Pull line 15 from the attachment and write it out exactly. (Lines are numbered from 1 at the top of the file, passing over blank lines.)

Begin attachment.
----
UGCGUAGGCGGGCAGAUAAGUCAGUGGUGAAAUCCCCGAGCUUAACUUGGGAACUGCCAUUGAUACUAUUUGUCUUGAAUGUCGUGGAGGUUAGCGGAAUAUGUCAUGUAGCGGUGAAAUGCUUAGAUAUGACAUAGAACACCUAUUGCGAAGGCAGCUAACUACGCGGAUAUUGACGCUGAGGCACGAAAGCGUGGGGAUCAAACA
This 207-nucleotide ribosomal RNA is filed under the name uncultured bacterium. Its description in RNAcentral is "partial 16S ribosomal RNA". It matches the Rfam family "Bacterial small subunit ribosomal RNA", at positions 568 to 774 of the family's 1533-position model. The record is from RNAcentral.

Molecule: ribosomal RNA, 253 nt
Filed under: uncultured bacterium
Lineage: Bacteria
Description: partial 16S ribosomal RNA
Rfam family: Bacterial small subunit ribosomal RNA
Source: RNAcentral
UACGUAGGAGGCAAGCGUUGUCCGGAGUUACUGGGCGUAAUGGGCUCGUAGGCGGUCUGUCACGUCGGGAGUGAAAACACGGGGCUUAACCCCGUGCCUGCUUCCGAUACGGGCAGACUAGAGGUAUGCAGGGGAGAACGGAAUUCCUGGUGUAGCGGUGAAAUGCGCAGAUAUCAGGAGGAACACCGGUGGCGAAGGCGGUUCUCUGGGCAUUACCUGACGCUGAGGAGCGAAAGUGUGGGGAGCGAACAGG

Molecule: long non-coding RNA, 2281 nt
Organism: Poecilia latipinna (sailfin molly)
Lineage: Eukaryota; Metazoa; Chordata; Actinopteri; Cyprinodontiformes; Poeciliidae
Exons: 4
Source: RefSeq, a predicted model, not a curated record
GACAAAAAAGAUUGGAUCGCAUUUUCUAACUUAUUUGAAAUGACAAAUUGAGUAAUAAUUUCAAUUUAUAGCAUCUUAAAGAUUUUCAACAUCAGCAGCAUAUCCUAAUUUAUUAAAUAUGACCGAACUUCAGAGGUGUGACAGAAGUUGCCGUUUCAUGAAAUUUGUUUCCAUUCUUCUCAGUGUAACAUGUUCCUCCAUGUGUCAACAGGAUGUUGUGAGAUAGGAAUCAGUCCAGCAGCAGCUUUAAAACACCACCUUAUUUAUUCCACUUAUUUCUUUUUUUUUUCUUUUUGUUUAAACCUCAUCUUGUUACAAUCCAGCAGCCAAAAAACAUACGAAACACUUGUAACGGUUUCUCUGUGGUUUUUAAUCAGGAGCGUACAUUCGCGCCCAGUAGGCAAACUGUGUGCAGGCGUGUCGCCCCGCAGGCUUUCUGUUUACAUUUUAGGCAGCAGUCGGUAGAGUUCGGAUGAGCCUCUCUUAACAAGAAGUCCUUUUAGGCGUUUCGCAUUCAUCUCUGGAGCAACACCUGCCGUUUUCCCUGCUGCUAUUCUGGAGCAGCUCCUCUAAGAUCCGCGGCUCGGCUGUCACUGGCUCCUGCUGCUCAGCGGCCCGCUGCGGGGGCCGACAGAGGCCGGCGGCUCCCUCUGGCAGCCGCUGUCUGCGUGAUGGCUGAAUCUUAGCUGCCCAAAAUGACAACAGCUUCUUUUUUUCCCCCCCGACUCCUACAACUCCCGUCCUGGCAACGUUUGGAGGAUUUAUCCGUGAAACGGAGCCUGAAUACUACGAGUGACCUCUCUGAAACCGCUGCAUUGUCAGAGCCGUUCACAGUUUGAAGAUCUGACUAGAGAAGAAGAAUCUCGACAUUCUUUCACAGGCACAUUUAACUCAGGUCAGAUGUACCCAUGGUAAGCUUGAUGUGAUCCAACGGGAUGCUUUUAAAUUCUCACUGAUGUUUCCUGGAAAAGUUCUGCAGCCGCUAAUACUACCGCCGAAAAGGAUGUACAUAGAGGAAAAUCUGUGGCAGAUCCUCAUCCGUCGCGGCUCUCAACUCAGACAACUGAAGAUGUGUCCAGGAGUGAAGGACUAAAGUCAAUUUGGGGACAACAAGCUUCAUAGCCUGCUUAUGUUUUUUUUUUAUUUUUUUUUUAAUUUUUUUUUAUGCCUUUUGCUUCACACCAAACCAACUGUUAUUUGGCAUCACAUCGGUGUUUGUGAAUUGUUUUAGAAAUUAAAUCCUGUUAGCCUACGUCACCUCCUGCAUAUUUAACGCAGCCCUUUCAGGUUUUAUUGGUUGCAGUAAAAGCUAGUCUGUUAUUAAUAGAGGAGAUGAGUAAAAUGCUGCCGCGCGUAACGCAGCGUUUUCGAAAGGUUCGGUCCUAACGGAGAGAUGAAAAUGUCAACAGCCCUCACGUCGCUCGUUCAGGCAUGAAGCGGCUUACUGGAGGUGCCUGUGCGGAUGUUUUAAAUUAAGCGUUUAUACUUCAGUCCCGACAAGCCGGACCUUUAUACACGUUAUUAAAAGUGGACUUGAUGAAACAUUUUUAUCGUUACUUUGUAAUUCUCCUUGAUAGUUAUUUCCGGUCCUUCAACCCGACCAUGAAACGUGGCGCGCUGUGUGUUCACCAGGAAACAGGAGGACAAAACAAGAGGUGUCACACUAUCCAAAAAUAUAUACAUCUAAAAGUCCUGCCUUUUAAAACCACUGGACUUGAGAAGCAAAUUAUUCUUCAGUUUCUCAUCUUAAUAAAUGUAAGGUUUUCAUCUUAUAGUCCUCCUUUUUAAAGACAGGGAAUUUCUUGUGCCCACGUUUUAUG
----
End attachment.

GACAAAAAAGAUUGGAUCGCAUUUUCUAACUUAUUUGAAAUGACAAAUUGAGUAAUAAUUUCAAUUUAUAGCAUCUUAAAGAUUUUCAACAUCAGCAGCAUAUCCUAAUUUAUUAAAUAUGACCGAACUUCAGAGGUGUGACAGAAGUUGCCGUUUCAUGAAAUUUGUUUCCAUUCUUCUCAGUGUAACAUGUUCCUCCAUGUGUCAACAGGAUGUUGUGAGAUAGGAAUCAGUCCAGCAGCAGCUUUAAAACACCACCUUAUUUAUUCCACUUAUUUCUUUUUUUUUUCUUUUUGUUUAAACCUCAUCUUGUUACAAUCCAGCAGCCAAAAAACAUACGAAACACUUGUAACGGUUUCUCUGUGGUUUUUAAUCAGGAGCGUACAUUCGCGCCCAGUAGGCAAACUGUGUGCAGGCGUGUCGCCCCGCAGGCUUUCUGUUUACAUUUUAGGCAGCAGUCGGUAGAGUUCGGAUGAGCCUCUCUUAACAAGAAGUCCUUUUAGGCGUUUCGCAUUCAUCUCUGGAGCAACACCUGCCGUUUUCCCUGCUGCUAUUCUGGAGCAGCUCCUCUAAGAUCCGCGGCUCGGCUGUCACUGGCUCCUGCUGCUCAGCGGCCCGCUGCGGGGGCCGACAGAGGCCGGCGGCUCCCUCUGGCAGCCGCUGUCUGCGUGAUGGCUGAAUCUUAGCUGCCCAAAAUGACAACAGCUUCUUUUUUUCCCCCCCGACUCCUACAACUCCCGUCCUGGCAACGUUUGGAGGAUUUAUCCGUGAAACGGAGCCUGAAUACUACGAGUGACCUCUCUGAAACCGCUGCAUUGUCAGAGCCGUUCACAGUUUGAAGAUCUGACUAGAGAAGAAGAAUCUCGACAUUCUUUCACAGGCACAUUUAACUCAGGUCAGAUGUACCCAUGGUAAGCUUGAUGUGAUCCAACGGGAUGCUUUUAAAUUCUCACUGAUGUUUCCUGGAAAAGUUCUGCAGCCGCUAAUACUACCGCCGAAAAGGAUGUACAUAGAGGAAAAUCUGUGGCAGAUCCUCAUCCGUCGCGGCUCUCAACUCAGACAACUGAAGAUGUGUCCAGGAGUGAAGGACUAAAGUCAAUUUGGGGACAACAAGCUUCAUAGCCUGCUUAUGUUUUUUUUUUAUUUUUUUUUUAAUUUUUUUUUAUGCCUUUUGCUUCACACCAAACCAACUGUUAUUUGGCAUCACAUCGGUGUUUGUGAAUUGUUUUAGAAAUUAAAUCCUGUUAGCCUACGUCACCUCCUGCAUAUUUAACGCAGCCCUUUCAGGUUUUAUUGGUUGCAGUAAAAGCUAGUCUGUUAUUAAUAGAGGAGAUGAGUAAAAUGCUGCCGCGCGUAACGCAGCGUUUUCGAAAGGUUCGGUCCUAACGGAGAGAUGAAAAUGUCAACAGCCCUCACGUCGCUCGUUCAGGCAUGAAGCGGCUUACUGGAGGUGCCUGUGCGGAUGUUUUAAAUUAAGCGUUUAUACUUCAGUCCCGACAAGCCGGACCUUUAUACACGUUAUUAAAAGUGGACUUGAUGAAACAUUUUUAUCGUUACUUUGUAAUUCUCCUUGAUAGUUAUUUCCGGUCCUUCAACCCGACCAUGAAACGUGGCGCGCUGUGUGUUCACCAGGAAACAGGAGGACAAAACAAGAGGUGUCACACUAUCCAAAAAUAUAUACAUCUAAAAGUCCUGCCUUUUAAAACCACUGGACUUGAGAAGCAAAUUAUUCUUCAGUUUCUCAUCUUAAUAAAUGUAAGGUUUUCAUCUUAUAGUCCUCCUUUUUAAAGACAGGGAAUUUCUUGUGCCCACGUUUUAUG